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Environment & Climate Change

Fir tree-killing insect detected in Michigan

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Jerald E. Dewey, USDA Forest Service, Bugwood.org
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Another tree-killing insect has been found in Michigan. The balsam woolly adelgid is an invasive sap-sucking insect which kills fir trees. The first confirmed case was found near Rockford in Kent County.

An arborist found evidence of the bug in trees on private property in Kent County.

“These Fraser fir trees did not look good and showed signs of infestation of balsam woolly adelgid. And we went and collected some samples. And those samples were confirmed as balsam woolly adelgid by the U.S. Forest Service with the help from experts at Michigan State University,” said Rob Miller, an invasive species prevention and response specialist with the Michigan Department of Agriculture and Rural Development.

Experts will be surveying other fir trees in the area near the infestation.

The state has had an adelgid quarantine since 2014 which regulated the movement of potentially infested nursery trees from areas that are already infested.

The balsam wooly adelgid was first detected about 100 years ago. It’s known to have infested forests in the Northeast and Northwest states.

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Credit USDA Forest Service Region 8- Southern, Bugwood.org
Balsam woolly adelgid feeding causes swollen, deformed twigs called gouting on host trees.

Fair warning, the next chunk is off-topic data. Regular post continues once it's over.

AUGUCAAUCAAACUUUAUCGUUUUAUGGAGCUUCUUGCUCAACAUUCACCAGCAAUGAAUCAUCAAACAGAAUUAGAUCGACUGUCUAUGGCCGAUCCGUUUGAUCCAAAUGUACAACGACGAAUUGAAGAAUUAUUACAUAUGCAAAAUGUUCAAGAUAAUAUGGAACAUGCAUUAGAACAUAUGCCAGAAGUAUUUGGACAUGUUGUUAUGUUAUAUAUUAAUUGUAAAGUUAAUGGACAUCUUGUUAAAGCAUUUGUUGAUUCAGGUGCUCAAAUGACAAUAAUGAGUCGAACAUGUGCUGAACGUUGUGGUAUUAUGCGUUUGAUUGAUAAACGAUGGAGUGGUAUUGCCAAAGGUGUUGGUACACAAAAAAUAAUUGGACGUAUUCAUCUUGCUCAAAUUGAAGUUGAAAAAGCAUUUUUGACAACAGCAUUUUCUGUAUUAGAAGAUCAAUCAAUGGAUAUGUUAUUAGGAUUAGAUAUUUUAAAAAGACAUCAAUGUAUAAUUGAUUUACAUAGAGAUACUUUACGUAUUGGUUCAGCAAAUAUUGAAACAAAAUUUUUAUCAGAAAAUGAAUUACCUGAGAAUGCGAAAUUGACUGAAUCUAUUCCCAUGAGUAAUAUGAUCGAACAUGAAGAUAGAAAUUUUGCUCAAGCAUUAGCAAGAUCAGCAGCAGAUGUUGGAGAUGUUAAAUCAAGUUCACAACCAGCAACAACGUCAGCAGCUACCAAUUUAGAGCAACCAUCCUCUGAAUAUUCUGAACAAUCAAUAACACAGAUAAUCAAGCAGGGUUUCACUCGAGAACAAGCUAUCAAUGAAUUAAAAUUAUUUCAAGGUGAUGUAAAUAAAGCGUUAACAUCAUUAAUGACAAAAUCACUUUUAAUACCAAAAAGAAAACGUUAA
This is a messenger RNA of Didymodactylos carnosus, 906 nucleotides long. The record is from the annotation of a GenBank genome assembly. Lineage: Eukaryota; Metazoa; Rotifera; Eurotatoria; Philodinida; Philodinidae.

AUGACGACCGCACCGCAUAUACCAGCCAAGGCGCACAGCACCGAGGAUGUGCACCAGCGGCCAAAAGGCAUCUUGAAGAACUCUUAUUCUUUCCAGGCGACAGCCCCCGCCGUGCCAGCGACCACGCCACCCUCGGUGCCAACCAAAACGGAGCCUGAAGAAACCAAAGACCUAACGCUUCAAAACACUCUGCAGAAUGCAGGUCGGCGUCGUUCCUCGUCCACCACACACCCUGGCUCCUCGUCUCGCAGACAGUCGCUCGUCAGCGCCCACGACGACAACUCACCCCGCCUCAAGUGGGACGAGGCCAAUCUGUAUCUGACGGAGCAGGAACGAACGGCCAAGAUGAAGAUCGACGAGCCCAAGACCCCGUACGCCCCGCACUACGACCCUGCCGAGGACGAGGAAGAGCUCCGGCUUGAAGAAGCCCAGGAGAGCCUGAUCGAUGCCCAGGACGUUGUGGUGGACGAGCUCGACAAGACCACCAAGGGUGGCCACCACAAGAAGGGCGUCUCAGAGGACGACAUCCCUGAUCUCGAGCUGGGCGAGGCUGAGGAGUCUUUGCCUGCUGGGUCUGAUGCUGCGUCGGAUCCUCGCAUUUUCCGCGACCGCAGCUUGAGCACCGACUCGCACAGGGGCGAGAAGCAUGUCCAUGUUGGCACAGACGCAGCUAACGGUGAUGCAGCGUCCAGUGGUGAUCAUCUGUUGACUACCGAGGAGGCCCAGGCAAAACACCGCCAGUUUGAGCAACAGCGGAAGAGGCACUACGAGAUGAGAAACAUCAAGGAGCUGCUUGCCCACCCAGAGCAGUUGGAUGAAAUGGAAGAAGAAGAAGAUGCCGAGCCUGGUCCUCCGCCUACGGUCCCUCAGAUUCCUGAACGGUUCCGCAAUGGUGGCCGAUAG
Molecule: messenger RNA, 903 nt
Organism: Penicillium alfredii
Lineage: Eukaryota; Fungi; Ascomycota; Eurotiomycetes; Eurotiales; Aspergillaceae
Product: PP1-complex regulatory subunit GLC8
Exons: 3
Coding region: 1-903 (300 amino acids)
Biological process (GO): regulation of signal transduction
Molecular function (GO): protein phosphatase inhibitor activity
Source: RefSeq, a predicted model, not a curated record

It’s uncertain if the insect has invaded other areas of Michigan. Miller said it’s a good idea to keep an eye on Fraser, balsam, and white firs for these symptoms.

“Tiny white wooly tufts on the trunk or the lower branches of the tree, swelling and distortion of the twigs, and then flagging on the branches, which is going to be a branch or a number of branches that turn brick red. And then lastly, tree crowns that become narrow and misshapen with few needles.”

Miller says if you notice the symptoms, take photos, note the location and report it to the Midwest Invasive Species Information Network or the Michigan Department of Agriculture and Rural Development online MDAInfo@michigan.gov or 800-292-3939.

Those three firs at risk for infestation are popular yard trees and are also used as Christmas trees. Michigan produces almost 13.5 million fir trees each year.

The balsam fir is native to Michigan and the insect is a threat to nearly two billion balsam firs in Michigan’s forests.

The insect cannot travel far on its own. One of the biggest concerns is people taking the insect to other parts of the state. A common way pests like this are spread is through transporting firewood from one area to another. Experts advise leaving firewood at home and buy it locally at your destination.

The balsam woolly adelgid comes just shortly after an infestation of the hemlock woolly adelgid. Other trees such as the ash, elm, chestnut have been nearly wiped out by alien insects and blight. Others are not in Michigan yet, but threaten pine trees and maples in other states.

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